James Pay
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James Pay

Eagle dancer!

PhD Student (Animal Behaviour)
College of Sciences and Engineering, University of Tasmania

“How did I end up here?” … is definitely what I was asking myself whilst dancing in a forest with multi-coloured ribbons and music blasting out from a huge speaker at full volume.

So, how did I end up here? Well, having always been interested in animals I applied for a degree in zoology at Aberystwyth University in Wales – that’s in the United Kingdom! Whilst at Aberystwyth I got to cut up dead sharks, chase insects and watch fish flirt. I then spent a year watching wild birds fight with each other in gardens around the UK to see which species was the heavy weight champion of the bird world!

After graduating, I moved to the mountains of the south of France to continue my studies into bird behaviour. I spent the next year giving blue tits and great tits (these are two types of bird) different puzzles to do. I then wanted to see if the clever birds would share their knowledge with their mates (turns out they do!).

From France I headed down here to Tassie, to study the endangered Tasmanian wedge-tailed eagle. The aim of my research is to find out as much as we can so that we can help them survive. As part of my research I put little trackers on the birds to see where they go, which will help us understand how we can protect them – it’s like google maps on a bird!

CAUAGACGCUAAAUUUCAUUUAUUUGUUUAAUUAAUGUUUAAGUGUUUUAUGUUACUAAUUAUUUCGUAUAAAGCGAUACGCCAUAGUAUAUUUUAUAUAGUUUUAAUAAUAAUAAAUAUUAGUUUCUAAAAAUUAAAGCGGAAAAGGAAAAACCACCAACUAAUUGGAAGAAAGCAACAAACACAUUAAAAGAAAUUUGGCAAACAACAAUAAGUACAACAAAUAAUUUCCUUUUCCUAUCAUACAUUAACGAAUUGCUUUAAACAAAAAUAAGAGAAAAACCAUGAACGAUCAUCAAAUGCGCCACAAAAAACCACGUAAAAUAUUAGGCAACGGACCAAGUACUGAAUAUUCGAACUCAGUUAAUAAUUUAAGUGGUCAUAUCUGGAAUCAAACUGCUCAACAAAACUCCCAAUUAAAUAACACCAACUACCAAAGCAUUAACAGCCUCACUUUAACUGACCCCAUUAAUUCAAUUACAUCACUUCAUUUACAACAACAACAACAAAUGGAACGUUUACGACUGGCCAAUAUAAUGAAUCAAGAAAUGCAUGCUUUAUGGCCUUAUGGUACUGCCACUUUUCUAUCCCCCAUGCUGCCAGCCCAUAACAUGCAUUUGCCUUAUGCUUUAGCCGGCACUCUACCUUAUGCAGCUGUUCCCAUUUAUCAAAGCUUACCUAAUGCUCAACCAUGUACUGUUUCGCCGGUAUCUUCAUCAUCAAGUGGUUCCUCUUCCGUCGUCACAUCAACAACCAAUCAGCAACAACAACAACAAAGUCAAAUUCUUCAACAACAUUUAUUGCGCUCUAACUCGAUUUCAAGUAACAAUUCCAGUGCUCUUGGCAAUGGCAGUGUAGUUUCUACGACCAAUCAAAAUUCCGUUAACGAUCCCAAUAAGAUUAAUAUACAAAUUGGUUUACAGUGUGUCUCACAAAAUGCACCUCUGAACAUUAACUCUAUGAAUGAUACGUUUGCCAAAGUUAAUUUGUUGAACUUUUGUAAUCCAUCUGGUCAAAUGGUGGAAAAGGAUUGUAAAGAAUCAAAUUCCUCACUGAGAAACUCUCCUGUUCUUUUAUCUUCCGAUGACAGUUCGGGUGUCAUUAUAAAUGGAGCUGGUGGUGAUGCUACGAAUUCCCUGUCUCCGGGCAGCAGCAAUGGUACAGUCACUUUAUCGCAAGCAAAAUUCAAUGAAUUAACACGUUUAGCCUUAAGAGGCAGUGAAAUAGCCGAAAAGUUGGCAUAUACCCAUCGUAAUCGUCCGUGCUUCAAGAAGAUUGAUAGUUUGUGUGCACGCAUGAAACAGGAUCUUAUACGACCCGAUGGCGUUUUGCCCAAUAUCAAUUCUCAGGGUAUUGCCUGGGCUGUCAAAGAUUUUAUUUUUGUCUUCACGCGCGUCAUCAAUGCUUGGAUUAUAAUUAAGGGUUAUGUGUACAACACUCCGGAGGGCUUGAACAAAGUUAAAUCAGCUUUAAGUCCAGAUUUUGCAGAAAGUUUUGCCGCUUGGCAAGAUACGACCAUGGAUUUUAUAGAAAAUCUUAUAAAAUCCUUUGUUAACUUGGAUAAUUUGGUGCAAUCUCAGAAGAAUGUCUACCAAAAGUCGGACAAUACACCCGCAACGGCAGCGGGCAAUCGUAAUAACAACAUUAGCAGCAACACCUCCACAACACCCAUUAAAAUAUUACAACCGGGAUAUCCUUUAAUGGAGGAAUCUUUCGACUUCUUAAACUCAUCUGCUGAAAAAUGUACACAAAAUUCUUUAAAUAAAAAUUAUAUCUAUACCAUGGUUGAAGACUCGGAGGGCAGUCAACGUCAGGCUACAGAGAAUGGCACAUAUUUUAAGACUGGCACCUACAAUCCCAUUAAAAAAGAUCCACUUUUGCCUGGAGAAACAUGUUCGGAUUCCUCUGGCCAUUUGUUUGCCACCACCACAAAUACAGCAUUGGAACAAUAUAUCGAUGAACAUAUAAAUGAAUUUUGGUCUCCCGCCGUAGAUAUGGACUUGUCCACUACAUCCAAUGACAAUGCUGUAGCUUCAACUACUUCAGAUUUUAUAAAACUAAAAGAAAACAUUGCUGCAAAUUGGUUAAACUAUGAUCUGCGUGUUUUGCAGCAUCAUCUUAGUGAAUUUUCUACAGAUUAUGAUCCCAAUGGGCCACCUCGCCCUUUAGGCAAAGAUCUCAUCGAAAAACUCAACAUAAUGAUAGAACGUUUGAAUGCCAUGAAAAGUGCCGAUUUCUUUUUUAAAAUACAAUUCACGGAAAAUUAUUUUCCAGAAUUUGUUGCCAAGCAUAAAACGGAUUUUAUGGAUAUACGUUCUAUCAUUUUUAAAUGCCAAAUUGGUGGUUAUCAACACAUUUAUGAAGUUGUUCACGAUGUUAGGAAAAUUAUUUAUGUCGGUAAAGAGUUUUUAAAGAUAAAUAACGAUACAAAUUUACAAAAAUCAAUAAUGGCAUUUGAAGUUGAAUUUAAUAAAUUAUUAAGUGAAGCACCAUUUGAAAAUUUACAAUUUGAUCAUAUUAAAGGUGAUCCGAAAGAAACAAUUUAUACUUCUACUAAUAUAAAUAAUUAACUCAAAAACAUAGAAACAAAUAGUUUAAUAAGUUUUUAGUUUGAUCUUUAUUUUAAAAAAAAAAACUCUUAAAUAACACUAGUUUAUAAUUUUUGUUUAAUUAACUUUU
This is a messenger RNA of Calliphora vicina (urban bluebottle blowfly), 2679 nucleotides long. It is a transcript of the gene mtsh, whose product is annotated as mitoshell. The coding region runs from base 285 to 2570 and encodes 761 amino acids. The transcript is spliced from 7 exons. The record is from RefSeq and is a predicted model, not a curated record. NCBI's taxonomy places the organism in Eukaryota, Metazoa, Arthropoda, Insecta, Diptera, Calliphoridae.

Also, despite how fearsome wedge-tailed eagles look, they are pretty scared of humans, especially when we get close to their nests. To protect these cowardly eagles we need to find out how far away from a nesting eagle people need to be to prevent disturbing them. This is where the dancing comes in… I dance at different distances from eagle nests to find out how close we can safely go. Dancing is science!


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